Chestnut Blight Changes

Collaborative research conducted by scientists from U.S. Department of Energy’s Oak Ridge National Laboratory (ORNL) and scientists from the State University of New York College of Environmental Science and Forestry (ESF), funded by the American Chestnut Foundation has found that the addition of a gene from a wheat variety to the American Chestnut’s genome produces increased resistance…

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Bladderwort Biology

Utricularia gibba, commonly known as the humped bladderwort, is a carnivorous, obligate wetland plant native to most of the contiguous United States. A study recently published in the Journal of Molecular Biology and Evolution investigates the unique genome of this aquatic plant. What sets the bladderwort’s genome apart from other plants is its ratio of…

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Wildfire Fighting Funds

A bill introduced at the beginning of January by representatives from Idaho and Oregon aims to change the way the federal government budgets for suppression, control and fighting wildfires. The Wildfire Disaster Funding Act of 2015 (H.R. 167) would end the need to transfer funds from critical forest conservation and management programs. Florida State Forester and President of…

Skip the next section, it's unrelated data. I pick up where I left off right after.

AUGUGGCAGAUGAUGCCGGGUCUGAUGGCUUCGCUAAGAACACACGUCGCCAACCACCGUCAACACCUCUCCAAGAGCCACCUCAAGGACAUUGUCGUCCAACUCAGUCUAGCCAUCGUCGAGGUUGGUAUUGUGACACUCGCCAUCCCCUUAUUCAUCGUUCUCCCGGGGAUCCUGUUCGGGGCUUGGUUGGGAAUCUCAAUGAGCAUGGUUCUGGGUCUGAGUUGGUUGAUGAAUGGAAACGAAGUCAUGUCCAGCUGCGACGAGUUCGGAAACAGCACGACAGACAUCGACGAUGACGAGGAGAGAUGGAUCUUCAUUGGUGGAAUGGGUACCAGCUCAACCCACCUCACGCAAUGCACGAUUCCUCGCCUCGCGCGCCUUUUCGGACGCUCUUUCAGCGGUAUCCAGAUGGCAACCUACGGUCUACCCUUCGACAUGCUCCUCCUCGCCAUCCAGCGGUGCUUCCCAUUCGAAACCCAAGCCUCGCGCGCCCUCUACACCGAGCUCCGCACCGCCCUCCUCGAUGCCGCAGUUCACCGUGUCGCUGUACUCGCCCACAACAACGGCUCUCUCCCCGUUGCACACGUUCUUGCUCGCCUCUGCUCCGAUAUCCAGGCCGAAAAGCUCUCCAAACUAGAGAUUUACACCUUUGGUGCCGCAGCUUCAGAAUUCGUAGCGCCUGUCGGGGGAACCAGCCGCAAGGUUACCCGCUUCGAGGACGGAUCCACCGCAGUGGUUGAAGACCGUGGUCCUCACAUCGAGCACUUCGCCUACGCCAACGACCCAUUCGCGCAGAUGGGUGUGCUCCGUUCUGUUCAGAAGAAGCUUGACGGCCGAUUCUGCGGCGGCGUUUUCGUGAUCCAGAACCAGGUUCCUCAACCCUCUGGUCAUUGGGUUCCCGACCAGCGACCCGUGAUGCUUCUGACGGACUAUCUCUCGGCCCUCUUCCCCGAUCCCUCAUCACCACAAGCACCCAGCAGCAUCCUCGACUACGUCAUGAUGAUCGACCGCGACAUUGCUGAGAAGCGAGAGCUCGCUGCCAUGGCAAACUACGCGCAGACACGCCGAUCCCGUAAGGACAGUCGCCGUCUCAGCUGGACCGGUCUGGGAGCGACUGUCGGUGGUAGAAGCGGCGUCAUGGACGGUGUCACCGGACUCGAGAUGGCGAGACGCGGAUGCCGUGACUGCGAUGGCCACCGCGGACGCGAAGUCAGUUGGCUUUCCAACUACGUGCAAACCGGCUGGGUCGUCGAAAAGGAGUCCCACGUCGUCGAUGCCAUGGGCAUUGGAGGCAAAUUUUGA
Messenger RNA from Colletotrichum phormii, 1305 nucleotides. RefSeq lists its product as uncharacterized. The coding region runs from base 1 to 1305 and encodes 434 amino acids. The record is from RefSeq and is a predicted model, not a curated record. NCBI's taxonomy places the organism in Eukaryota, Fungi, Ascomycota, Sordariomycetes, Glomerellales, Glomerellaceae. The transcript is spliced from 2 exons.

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Cork Tree Caution

The cork tree, a broad-leaved evergreen, found throughout southwestern Europe and into northwestern Africa in Portugal, Spain, France, Italy, Algeria, Morocco and Tunisia, is actually a member of the oak family. Also called the cork oak, Quercus suber, is a unique and valuable species. The cork is actually produced beneath the thick, dark grey, knobby bark…

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American Eagle Achievement

The symbol of U.S. freedom, the American bald eagle, Haliaeetus leucocephalus, has gone from the brink of extinction to a burgeoning population in under 50 years thanks to help and protection from the Endangered Species Act. This holiday week seems like a portentous time to announce that after years of decline due to habitat degradation and disappearance,…

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Building a Bionic Leaf

A collaboration between scientists at Harvard University and the Wyss Institute for Biologically Inspired Engineering claims to have developed a bionic leaf. Using bacterium the artificial vegetation is turning sunlight into liquid fuel. Once the bionic leaf splits water into hydrogen and oxygen the soil bacterium Ralstonia eutropha consumes the hydrogen gas converting it into protons…

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